‘Necessity is the mother of invention’, a saying that has been told for generations. However, in the current scenario, it’s befitting to say it propels innovation too. The current pandemic that the world is facing could be the necessity to make or break industries and economies. Artificial intelligence and the robotics industry could be the innovation that could pave the way to a new world.
Many experts have said that the COVID-19 crisis marks the beginning of the 4th industrial revolution otherwise called the AI era. With the world opening up and the lockdowns lifting, there is a new fear instilled in the people to step out of their homes, making AI the need of the hour. Robotics and artificial intelligence are most definitely going to be important concepts in the new post-pandemic world.
Technology has become an active part of our lives. The pandemic only fastened the pace of its growth and reach. The advancement of technology has increased rapidly. Now AI has an influence on every industry and individual. Going forward organisations across industries will need to acquire skills and competency to begin their AI journey as that is the only way forward. Soon it will be accessible to everyone and we will be set to see a world that is run by robots, to make lives of people convenient and safer.
AI has played a hand in bringing people together, world over. A world that was getting barely connected through social media is now closer through video conferencing even in a professional environment. Everything is online meaning everything has a partial if not, a complete influence of AI. However, a concern that could arise with this technology boom could be the lack of personal interaction, which is the world we all see now. While being a valid concern, automation is said to help and enhance the capabilities of the common man. The best option would be to transfer the world into a “human-powered AI core” and most importantly create awareness and prepare people to absorb the impact of the inevitable change into our future.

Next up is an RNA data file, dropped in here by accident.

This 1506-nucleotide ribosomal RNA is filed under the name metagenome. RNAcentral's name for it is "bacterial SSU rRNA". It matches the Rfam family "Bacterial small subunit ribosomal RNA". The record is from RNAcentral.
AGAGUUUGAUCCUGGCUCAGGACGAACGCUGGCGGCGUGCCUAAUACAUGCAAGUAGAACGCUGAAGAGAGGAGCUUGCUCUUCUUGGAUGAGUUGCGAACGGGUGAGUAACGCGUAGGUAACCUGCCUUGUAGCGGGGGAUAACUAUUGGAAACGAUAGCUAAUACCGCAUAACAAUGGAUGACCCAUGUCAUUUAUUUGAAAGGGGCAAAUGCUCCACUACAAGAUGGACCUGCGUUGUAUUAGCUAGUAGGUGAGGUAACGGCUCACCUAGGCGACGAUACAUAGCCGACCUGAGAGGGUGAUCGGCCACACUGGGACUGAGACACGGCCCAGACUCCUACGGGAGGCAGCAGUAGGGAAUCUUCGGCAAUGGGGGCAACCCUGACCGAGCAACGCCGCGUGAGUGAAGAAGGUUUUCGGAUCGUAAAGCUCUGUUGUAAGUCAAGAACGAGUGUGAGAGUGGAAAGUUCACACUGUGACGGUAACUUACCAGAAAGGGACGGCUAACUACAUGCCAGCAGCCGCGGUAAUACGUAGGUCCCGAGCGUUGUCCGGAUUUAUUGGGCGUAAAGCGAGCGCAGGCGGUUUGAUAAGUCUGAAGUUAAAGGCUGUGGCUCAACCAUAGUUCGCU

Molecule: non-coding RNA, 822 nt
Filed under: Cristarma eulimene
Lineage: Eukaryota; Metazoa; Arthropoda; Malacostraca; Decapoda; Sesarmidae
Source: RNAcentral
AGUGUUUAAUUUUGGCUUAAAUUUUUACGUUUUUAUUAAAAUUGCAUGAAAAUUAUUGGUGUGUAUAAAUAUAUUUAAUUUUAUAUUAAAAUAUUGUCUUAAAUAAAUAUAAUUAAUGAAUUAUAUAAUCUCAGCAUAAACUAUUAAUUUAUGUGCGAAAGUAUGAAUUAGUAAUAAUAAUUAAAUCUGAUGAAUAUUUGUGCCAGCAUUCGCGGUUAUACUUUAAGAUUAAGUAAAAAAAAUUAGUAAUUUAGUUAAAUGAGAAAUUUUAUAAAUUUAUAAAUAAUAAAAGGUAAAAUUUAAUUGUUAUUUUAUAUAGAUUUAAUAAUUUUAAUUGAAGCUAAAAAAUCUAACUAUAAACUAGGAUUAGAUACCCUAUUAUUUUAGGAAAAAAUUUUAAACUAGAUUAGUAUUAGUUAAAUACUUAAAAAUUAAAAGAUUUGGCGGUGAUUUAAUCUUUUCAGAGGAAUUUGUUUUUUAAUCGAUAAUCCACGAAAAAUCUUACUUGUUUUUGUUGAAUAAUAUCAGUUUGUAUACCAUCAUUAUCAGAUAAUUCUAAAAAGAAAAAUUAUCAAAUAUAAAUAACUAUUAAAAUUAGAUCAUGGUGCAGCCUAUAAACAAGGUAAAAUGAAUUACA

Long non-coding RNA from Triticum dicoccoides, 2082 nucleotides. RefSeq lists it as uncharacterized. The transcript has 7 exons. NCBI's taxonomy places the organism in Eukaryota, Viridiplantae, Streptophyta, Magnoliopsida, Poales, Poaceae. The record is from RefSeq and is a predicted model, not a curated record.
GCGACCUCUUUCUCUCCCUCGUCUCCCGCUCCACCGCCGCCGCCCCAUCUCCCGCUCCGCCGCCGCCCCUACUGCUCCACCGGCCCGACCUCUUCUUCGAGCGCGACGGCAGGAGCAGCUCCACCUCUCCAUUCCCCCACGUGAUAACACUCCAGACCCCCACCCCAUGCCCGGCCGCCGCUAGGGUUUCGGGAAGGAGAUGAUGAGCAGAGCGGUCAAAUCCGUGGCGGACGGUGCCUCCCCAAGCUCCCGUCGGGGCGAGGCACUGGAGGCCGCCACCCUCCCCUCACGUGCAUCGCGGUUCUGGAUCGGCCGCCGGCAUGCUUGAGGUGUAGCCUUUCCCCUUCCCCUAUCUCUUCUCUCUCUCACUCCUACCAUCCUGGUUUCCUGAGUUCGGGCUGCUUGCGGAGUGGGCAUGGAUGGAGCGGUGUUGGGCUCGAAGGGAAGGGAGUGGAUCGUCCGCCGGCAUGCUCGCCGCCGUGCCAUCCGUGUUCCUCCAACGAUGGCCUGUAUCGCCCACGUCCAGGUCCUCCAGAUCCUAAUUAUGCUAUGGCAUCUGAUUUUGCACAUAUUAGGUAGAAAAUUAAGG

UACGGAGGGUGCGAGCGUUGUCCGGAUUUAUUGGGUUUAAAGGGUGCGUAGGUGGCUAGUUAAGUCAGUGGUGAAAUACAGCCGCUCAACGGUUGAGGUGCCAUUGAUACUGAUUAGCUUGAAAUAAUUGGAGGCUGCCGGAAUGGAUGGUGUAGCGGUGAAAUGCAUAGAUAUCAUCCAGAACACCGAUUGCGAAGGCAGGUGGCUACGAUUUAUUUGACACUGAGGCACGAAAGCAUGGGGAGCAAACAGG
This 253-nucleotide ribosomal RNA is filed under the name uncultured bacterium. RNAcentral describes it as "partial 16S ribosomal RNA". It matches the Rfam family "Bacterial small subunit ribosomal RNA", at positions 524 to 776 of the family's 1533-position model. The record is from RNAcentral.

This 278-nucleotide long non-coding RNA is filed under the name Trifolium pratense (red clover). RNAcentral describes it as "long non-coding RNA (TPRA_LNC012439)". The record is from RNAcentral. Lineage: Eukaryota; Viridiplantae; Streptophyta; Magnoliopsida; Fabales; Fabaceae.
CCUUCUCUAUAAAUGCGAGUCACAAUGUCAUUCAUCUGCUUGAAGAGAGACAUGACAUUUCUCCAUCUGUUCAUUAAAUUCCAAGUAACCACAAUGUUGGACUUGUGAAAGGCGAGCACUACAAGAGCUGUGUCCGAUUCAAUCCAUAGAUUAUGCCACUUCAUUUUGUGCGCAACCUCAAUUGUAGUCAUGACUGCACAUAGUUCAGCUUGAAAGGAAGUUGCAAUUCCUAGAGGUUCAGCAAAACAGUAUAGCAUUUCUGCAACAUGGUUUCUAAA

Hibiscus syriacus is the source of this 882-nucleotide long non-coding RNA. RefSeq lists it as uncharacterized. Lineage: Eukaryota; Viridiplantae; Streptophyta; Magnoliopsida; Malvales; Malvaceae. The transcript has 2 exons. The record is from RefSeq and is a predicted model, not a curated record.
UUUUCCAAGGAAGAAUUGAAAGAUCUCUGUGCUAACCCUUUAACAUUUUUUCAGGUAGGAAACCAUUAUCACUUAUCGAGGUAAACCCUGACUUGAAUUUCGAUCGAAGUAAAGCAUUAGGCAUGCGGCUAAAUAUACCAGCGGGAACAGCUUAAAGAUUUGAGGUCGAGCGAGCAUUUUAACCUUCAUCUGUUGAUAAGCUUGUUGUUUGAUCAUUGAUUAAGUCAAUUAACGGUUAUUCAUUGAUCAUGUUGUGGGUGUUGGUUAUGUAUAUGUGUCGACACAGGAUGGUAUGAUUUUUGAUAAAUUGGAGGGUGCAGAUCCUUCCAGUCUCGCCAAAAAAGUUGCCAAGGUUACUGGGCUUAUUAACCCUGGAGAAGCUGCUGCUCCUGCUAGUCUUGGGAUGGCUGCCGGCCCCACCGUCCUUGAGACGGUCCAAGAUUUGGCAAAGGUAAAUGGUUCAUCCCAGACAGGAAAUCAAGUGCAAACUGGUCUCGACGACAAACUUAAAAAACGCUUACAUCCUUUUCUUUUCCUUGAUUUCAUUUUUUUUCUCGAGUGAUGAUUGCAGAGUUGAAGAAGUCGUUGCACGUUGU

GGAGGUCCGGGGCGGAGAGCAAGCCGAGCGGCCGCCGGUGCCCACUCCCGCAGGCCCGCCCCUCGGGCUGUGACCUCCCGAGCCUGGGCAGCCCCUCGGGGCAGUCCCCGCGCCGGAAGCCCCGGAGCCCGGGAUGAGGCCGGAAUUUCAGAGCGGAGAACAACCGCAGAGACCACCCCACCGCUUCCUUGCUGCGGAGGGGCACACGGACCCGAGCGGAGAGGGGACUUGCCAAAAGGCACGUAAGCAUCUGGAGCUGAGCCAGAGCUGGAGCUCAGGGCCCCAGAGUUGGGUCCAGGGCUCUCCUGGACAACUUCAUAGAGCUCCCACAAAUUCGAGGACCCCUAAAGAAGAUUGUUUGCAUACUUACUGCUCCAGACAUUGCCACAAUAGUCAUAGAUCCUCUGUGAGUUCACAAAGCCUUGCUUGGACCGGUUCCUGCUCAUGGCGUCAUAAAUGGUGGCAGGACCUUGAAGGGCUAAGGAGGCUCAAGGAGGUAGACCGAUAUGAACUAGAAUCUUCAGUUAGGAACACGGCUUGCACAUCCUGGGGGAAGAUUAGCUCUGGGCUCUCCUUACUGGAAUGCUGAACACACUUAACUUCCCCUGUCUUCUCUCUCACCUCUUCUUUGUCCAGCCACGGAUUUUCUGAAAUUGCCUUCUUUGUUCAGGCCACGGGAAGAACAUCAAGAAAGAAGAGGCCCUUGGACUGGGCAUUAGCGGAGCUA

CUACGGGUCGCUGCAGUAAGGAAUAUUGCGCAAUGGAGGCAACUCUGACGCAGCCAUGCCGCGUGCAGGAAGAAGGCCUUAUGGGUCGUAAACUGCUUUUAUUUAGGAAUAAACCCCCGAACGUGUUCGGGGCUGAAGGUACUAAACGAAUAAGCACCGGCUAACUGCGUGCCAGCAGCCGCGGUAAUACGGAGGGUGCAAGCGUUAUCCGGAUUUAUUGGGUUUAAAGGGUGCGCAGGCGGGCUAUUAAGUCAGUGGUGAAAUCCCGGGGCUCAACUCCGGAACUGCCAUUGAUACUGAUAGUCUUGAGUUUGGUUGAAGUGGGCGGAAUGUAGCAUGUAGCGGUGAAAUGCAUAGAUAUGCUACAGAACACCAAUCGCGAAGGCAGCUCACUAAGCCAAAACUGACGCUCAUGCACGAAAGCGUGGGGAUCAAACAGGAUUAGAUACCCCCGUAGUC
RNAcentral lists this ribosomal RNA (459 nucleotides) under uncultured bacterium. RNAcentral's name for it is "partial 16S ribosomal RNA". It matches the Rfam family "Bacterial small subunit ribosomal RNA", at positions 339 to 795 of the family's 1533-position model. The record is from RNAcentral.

Robotics and automation is the future
In a world that is constantly changing and improving, robotics is immensely valuable in adapting to new trends. Robots can increase efficiency in production. Since they run on a database that tells it a specified function which it performs within the stipulated time with little or no error. This characteristic serves well especially in highly technical fields that require extreme precision, like medical science and other scientific sectors.
From automated sanitizer dispensers to complex exoskeleton devices for the people, not only is the world moving towards complete automation but also creating a world of possibilities even for the less fortunate. The robotic technology has made its way into the military as well as many large manufacturing industries. AI is being actively used to monitor and improve patient’s healthcare, anticipate measures taken by a person against Covid-19 and to increase productivity of manufacturing such as vaccines. Now with lockdown and social distancing labor-intensive sectors are relying on automotive technology to continue their work.
Forthcoming Electronic hub push may help the artificial intelligence industry
Recently Ravi Shankar Prasad, minister of Union Law and IT announced plans to make India a huge center of global manufacturing hubs which will certainly help and design scaling the capabilities of the Indian electronics manufacturing Industry.
India needs to work hard to build resilience and work towards making automation a serious business moving forward to cut down on the vulnerabilities of the pandemic. AI-powered companies are benefiting as the world goes online and maybe the only solution to kick start the economy. However, according to the IFR (International Federation of Robotics), the average ratio of robots to employees in India is 25 percent lesser compared to that of global statistics. With so much uncertainty looming around us, now is the perfect time to surge into AI and take bold, competitive transformative actions to significantly manage the crisis.
By John I Kujur, Founder and CEO, GenElek Technologies